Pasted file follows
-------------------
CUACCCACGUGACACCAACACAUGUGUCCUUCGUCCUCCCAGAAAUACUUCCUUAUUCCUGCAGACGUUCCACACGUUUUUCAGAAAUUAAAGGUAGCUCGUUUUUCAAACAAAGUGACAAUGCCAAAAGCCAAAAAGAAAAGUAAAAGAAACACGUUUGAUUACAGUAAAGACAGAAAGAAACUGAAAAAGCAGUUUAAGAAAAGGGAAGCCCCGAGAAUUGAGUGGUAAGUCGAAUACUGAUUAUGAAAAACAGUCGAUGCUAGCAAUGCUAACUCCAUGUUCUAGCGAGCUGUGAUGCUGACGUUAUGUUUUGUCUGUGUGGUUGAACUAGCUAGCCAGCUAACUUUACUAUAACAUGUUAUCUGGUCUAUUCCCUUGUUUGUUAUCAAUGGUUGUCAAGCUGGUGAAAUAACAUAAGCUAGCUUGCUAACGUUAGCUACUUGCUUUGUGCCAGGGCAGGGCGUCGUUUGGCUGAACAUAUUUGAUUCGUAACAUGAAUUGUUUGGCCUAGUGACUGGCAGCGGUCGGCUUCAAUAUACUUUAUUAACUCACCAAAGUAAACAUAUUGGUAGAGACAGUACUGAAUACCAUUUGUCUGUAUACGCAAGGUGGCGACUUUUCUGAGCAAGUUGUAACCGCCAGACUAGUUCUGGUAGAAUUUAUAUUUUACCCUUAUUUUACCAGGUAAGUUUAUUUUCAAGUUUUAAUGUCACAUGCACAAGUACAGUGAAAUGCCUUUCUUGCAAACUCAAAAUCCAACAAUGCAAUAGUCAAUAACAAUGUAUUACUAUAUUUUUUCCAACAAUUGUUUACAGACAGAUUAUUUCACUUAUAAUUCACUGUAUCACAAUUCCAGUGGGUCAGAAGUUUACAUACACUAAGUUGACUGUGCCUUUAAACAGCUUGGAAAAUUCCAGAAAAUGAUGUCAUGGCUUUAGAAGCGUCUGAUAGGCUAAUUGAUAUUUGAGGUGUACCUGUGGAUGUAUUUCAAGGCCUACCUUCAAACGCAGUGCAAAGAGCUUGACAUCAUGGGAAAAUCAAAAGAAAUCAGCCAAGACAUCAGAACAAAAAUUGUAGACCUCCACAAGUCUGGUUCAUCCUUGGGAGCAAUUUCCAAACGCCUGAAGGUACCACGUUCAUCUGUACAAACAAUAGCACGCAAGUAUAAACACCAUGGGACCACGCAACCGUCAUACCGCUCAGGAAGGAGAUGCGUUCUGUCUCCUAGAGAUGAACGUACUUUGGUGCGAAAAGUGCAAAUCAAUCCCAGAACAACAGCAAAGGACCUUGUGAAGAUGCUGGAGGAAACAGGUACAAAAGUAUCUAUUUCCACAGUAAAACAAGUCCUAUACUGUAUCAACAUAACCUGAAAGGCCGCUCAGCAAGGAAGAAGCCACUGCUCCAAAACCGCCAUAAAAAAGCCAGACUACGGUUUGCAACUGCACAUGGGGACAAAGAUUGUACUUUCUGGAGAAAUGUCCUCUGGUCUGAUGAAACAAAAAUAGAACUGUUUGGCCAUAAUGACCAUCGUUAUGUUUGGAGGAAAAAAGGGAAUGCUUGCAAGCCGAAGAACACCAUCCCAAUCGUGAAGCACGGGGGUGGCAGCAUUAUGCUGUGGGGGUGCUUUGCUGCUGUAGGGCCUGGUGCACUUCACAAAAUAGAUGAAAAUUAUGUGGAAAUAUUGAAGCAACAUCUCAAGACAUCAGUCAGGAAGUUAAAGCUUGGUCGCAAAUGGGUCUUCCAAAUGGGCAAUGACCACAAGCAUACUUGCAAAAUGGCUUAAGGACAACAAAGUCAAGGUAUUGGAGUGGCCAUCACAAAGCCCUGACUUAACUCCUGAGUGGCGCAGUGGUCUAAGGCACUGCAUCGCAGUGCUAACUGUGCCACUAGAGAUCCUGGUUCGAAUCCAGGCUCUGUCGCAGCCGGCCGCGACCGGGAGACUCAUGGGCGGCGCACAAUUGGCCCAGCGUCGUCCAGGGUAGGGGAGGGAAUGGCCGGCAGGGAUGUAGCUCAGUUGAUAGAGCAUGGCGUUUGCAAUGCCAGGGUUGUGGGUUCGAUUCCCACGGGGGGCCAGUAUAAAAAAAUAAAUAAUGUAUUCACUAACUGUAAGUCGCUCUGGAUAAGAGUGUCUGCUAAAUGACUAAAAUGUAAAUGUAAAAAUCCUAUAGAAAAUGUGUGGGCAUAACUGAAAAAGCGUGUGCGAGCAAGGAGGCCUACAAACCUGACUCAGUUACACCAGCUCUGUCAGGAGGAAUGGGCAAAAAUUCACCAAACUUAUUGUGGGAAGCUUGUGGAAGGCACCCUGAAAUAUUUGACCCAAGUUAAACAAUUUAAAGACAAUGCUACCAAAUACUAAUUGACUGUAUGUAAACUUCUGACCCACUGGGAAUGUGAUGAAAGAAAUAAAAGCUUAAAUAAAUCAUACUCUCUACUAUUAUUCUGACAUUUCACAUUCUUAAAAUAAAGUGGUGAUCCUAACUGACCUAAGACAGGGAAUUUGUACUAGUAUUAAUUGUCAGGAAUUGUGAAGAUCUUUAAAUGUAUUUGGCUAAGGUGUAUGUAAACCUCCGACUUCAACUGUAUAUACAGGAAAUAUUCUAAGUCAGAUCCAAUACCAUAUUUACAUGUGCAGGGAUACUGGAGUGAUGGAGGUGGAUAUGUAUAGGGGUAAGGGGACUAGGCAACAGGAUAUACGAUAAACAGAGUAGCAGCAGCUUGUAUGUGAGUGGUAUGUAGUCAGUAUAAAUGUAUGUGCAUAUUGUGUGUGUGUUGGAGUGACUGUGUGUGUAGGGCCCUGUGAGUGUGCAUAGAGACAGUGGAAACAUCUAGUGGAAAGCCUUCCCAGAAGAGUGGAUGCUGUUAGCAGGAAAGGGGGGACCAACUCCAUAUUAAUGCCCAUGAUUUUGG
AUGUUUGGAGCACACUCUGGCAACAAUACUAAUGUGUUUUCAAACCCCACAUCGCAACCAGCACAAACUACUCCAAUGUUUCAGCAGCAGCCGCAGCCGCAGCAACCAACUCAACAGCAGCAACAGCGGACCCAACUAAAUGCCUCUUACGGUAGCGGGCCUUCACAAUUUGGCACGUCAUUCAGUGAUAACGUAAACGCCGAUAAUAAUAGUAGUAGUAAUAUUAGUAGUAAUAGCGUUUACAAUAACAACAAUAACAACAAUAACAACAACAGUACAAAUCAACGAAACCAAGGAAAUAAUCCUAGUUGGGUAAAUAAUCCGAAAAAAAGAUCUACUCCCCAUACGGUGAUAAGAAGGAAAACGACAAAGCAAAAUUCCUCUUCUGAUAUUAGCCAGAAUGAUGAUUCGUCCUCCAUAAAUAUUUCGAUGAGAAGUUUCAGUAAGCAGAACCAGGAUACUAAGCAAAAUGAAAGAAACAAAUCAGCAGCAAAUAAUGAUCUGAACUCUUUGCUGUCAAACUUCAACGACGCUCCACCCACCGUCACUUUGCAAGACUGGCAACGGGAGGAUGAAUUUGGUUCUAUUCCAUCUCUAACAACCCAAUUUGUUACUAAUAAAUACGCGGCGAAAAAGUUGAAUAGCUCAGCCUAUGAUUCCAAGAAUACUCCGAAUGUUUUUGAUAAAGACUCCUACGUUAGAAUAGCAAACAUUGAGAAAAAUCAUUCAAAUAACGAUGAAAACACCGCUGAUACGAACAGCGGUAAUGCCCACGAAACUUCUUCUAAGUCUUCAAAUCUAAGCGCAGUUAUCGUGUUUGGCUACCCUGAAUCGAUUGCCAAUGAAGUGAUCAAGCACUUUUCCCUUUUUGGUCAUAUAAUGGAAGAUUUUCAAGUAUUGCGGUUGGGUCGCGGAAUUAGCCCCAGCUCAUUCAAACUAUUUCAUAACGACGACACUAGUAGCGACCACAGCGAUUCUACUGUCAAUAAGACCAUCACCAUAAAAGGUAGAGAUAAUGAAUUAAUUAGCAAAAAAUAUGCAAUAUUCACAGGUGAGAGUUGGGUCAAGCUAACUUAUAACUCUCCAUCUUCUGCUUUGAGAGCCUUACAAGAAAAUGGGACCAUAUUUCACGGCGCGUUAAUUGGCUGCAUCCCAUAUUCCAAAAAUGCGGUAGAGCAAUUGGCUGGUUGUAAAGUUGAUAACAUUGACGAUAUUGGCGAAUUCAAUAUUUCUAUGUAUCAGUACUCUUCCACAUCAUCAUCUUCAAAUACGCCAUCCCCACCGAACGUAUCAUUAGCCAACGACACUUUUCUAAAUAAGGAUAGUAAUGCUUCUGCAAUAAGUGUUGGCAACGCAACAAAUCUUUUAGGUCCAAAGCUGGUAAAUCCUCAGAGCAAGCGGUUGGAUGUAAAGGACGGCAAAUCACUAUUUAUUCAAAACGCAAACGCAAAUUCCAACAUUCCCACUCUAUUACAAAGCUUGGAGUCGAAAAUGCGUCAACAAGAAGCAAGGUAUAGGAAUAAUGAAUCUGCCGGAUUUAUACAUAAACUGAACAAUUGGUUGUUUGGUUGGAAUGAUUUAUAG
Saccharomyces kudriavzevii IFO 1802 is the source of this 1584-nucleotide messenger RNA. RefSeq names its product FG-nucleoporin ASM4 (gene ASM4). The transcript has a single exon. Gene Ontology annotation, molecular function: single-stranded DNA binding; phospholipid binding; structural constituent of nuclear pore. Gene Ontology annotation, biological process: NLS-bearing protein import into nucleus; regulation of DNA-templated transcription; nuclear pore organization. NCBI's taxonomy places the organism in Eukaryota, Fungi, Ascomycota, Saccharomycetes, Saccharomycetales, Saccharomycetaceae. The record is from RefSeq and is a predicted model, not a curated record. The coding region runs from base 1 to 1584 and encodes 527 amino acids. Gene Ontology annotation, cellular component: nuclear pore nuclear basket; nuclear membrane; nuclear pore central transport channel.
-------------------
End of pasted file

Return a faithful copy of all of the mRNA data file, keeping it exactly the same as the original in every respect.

CUACCCACGUGACACCAACACAUGUGUCCUUCGUCCUCCCAGAAAUACUUCCUUAUUCCUGCAGACGUUCCACACGUUUUUCAGAAAUUAAAGGUAGCUCGUUUUUCAAACAAAGUGACAAUGCCAAAAGCCAAAAAGAAAAGUAAAAGAAACACGUUUGAUUACAGUAAAGACAGAAAGAAACUGAAAAAGCAGUUUAAGAAAAGGGAAGCCCCGAGAAUUGAGUGGUAAGUCGAAUACUGAUUAUGAAAAACAGUCGAUGCUAGCAAUGCUAACUCCAUGUUCUAGCGAGCUGUGAUGCUGACGUUAUGUUUUGUCUGUGUGGUUGAACUAGCUAGCCAGCUAACUUUACUAUAACAUGUUAUCUGGUCUAUUCCCUUGUUUGUUAUCAAUGGUUGUCAAGCUGGUGAAAUAACAUAAGCUAGCUUGCUAACGUUAGCUACUUGCUUUGUGCCAGGGCAGGGCGUCGUUUGGCUGAACAUAUUUGAUUCGUAACAUGAAUUGUUUGGCCUAGUGACUGGCAGCGGUCGGCUUCAAUAUACUUUAUUAACUCACCAAAGUAAACAUAUUGGUAGAGACAGUACUGAAUACCAUUUGUCUGUAUACGCAAGGUGGCGACUUUUCUGAGCAAGUUGUAACCGCCAGACUAGUUCUGGUAGAAUUUAUAUUUUACCCUUAUUUUACCAGGUAAGUUUAUUUUCAAGUUUUAAUGUCACAUGCACAAGUACAGUGAAAUGCCUUUCUUGCAAACUCAAAAUCCAACAAUGCAAUAGUCAAUAACAAUGUAUUACUAUAUUUUUUCCAACAAUUGUUUACAGACAGAUUAUUUCACUUAUAAUUCACUGUAUCACAAUUCCAGUGGGUCAGAAGUUUACAUACACUAAGUUGACUGUGCCUUUAAACAGCUUGGAAAAUUCCAGAAAAUGAUGUCAUGGCUUUAGAAGCGUCUGAUAGGCUAAUUGAUAUUUGAGGUGUACCUGUGGAUGUAUUUCAAGGCCUACCUUCAAACGCAGUGCAAAGAGCUUGACAUCAUGGGAAAAUCAAAAGAAAUCAGCCAAGACAUCAGAACAAAAAUUGUAGACCUCCACAAGUCUGGUUCAUCCUUGGGAGCAAUUUCCAAACGCCUGAAGGUACCACGUUCAUCUGUACAAACAAUAGCACGCAAGUAUAAACACCAUGGGACCACGCAACCGUCAUACCGCUCAGGAAGGAGAUGCGUUCUGUCUCCUAGAGAUGAACGUACUUUGGUGCGAAAAGUGCAAAUCAAUCCCAGAACAACAGCAAAGGACCUUGUGAAGAUGCUGGAGGAAACAGGUACAAAAGUAUCUAUUUCCACAGUAAAACAAGUCCUAUACUGUAUCAACAUAACCUGAAAGGCCGCUCAGCAAGGAAGAAGCCACUGCUCCAAAACCGCCAUAAAAAAGCCAGACUACGGUUUGCAACUGCACAUGGGGACAAAGAUUGUACUUUCUGGAGAAAUGUCCUCUGGUCUGAUGAAACAAAAAUAGAACUGUUUGGCCAUAAUGACCAUCGUUAUGUUUGGAGGAAAAAAGGGAAUGCUUGCAAGCCGAAGAACACCAUCCCAAUCGUGAAGCACGGGGGUGGCAGCAUUAUGCUGUGGGGGUGCUUUGCUGCUGUAGGGCCUGGUGCACUUCACAAAAUAGAUGAAAAUUAUGUGGAAAUAUUGAAGCAACAUCUCAAGACAUCAGUCAGGAAGUUAAAGCUUGGUCGCAAAUGGGUCUUCCAAAUGGGCAAUGACCACAAGCAUACUUGCAAAAUGGCUUAAGGACAACAAAGUCAAGGUAUUGGAGUGGCCAUCACAAAGCCCUGACUUAACUCCUGAGUGGCGCAGUGGUCUAAGGCACUGCAUCGCAGUGCUAACUGUGCCACUAGAGAUCCUGGUUCGAAUCCAGGCUCUGUCGCAGCCGGCCGCGACCGGGAGACUCAUGGGCGGCGCACAAUUGGCCCAGCGUCGUCCAGGGUAGGGGAGGGAAUGGCCGGCAGGGAUGUAGCUCAGUUGAUAGAGCAUGGCGUUUGCAAUGCCAGGGUUGUGGGUUCGAUUCCCACGGGGGGCCAGUAUAAAAAAAUAAAUAAUGUAUUCACUAACUGUAAGUCGCUCUGGAUAAGAGUGUCUGCUAAAUGACUAAAAUGUAAAUGUAAAAAUCCUAUAGAAAAUGUGUGGGCAUAACUGAAAAAGCGUGUGCGAGCAAGGAGGCCUACAAACCUGACUCAGUUACACCAGCUCUGUCAGGAGGAAUGGGCAAAAAUUCACCAAACUUAUUGUGGGAAGCUUGUGGAAGGCACCCUGAAAUAUUUGACCCAAGUUAAACAAUUUAAAGACAAUGCUACCAAAUACUAAUUGACUGUAUGUAAACUUCUGACCCACUGGGAAUGUGAUGAAAGAAAUAAAAGCUUAAAUAAAUCAUACUCUCUACUAUUAUUCUGACAUUUCACAUUCUUAAAAUAAAGUGGUGAUCCUAACUGACCUAAGACAGGGAAUUUGUACUAGUAUUAAUUGUCAGGAAUUGUGAAGAUCUUUAAAUGUAUUUGGCUAAGGUGUAUGUAAACCUCCGACUUCAACUGUAUAUACAGGAAAUAUUCUAAGUCAGAUCCAAUACCAUAUUUACAUGUGCAGGGAUACUGGAGUGAUGGAGGUGGAUAUGUAUAGGGGUAAGGGGACUAGGCAACAGGAUAUACGAUAAACAGAGUAGCAGCAGCUUGUAUGUGAGUGGUAUGUAGUCAGUAUAAAUGUAUGUGCAUAUUGUGUGUGUGUUGGAGUGACUGUGUGUGUAGGGCCCUGUGAGUGUGCAUAGAGACAGUGGAAACAUCUAGUGGAAAGCCUUCCCAGAAGAGUGGAUGCUGUUAGCAGGAAAGGGGGGACCAACUCCAUAUUAAUGCCCAUGAUUUUGG
AUGUUUGGAGCACACUCUGGCAACAAUACUAAUGUGUUUUCAAACCCCACAUCGCAACCAGCACAAACUACUCCAAUGUUUCAGCAGCAGCCGCAGCCGCAGCAACCAACUCAACAGCAGCAACAGCGGACCCAACUAAAUGCCUCUUACGGUAGCGGGCCUUCACAAUUUGGCACGUCAUUCAGUGAUAACGUAAACGCCGAUAAUAAUAGUAGUAGUAAUAUUAGUAGUAAUAGCGUUUACAAUAACAACAAUAACAACAAUAACAACAACAGUACAAAUCAACGAAACCAAGGAAAUAAUCCUAGUUGGGUAAAUAAUCCGAAAAAAAGAUCUACUCCCCAUACGGUGAUAAGAAGGAAAACGACAAAGCAAAAUUCCUCUUCUGAUAUUAGCCAGAAUGAUGAUUCGUCCUCCAUAAAUAUUUCGAUGAGAAGUUUCAGUAAGCAGAACCAGGAUACUAAGCAAAAUGAAAGAAACAAAUCAGCAGCAAAUAAUGAUCUGAACUCUUUGCUGUCAAACUUCAACGACGCUCCACCCACCGUCACUUUGCAAGACUGGCAACGGGAGGAUGAAUUUGGUUCUAUUCCAUCUCUAACAACCCAAUUUGUUACUAAUAAAUACGCGGCGAAAAAGUUGAAUAGCUCAGCCUAUGAUUCCAAGAAUACUCCGAAUGUUUUUGAUAAAGACUCCUACGUUAGAAUAGCAAACAUUGAGAAAAAUCAUUCAAAUAACGAUGAAAACACCGCUGAUACGAACAGCGGUAAUGCCCACGAAACUUCUUCUAAGUCUUCAAAUCUAAGCGCAGUUAUCGUGUUUGGCUACCCUGAAUCGAUUGCCAAUGAAGUGAUCAAGCACUUUUCCCUUUUUGGUCAUAUAAUGGAAGAUUUUCAAGUAUUGCGGUUGGGUCGCGGAAUUAGCCCCAGCUCAUUCAAACUAUUUCAUAACGACGACACUAGUAGCGACCACAGCGAUUCUACUGUCAAUAAGACCAUCACCAUAAAAGGUAGAGAUAAUGAAUUAAUUAGCAAAAAAUAUGCAAUAUUCACAGGUGAGAGUUGGGUCAAGCUAACUUAUAACUCUCCAUCUUCUGCUUUGAGAGCCUUACAAGAAAAUGGGACCAUAUUUCACGGCGCGUUAAUUGGCUGCAUCCCAUAUUCCAAAAAUGCGGUAGAGCAAUUGGCUGGUUGUAAAGUUGAUAACAUUGACGAUAUUGGCGAAUUCAAUAUUUCUAUGUAUCAGUACUCUUCCACAUCAUCAUCUUCAAAUACGCCAUCCCCACCGAACGUAUCAUUAGCCAACGACACUUUUCUAAAUAAGGAUAGUAAUGCUUCUGCAAUAAGUGUUGGCAACGCAACAAAUCUUUUAGGUCCAAAGCUGGUAAAUCCUCAGAGCAAGCGGUUGGAUGUAAAGGACGGCAAAUCACUAUUUAUUCAAAACGCAAACGCAAAUUCCAACAUUCCCACUCUAUUACAAAGCUUGGAGUCGAAAAUGCGUCAACAAGAAGCAAGGUAUAGGAAUAAUGAAUCUGCCGGAUUUAUACAUAAACUGAACAAUUGGUUGUUUGGUUGGAAUGAUUUAUAG
Saccharomyces kudriavzevii IFO 1802 is the source of this 1584-nucleotide messenger RNA. RefSeq names its product FG-nucleoporin ASM4 (gene ASM4). The transcript has a single exon. Gene Ontology annotation, molecular function: single-stranded DNA binding; phospholipid binding; structural constituent of nuclear pore. Gene Ontology annotation, biological process: NLS-bearing protein import into nucleus; regulation of DNA-templated transcription; nuclear pore organization. NCBI's taxonomy places the organism in Eukaryota, Fungi, Ascomycota, Saccharomycetes, Saccharomycetales, Saccharomycetaceae. The record is from RefSeq and is a predicted model, not a curated record. The coding region runs from base 1 to 1584 and encodes 527 amino acids. Gene Ontology annotation, cellular component: nuclear pore nuclear basket; nuclear membrane; nuclear pore central transport channel.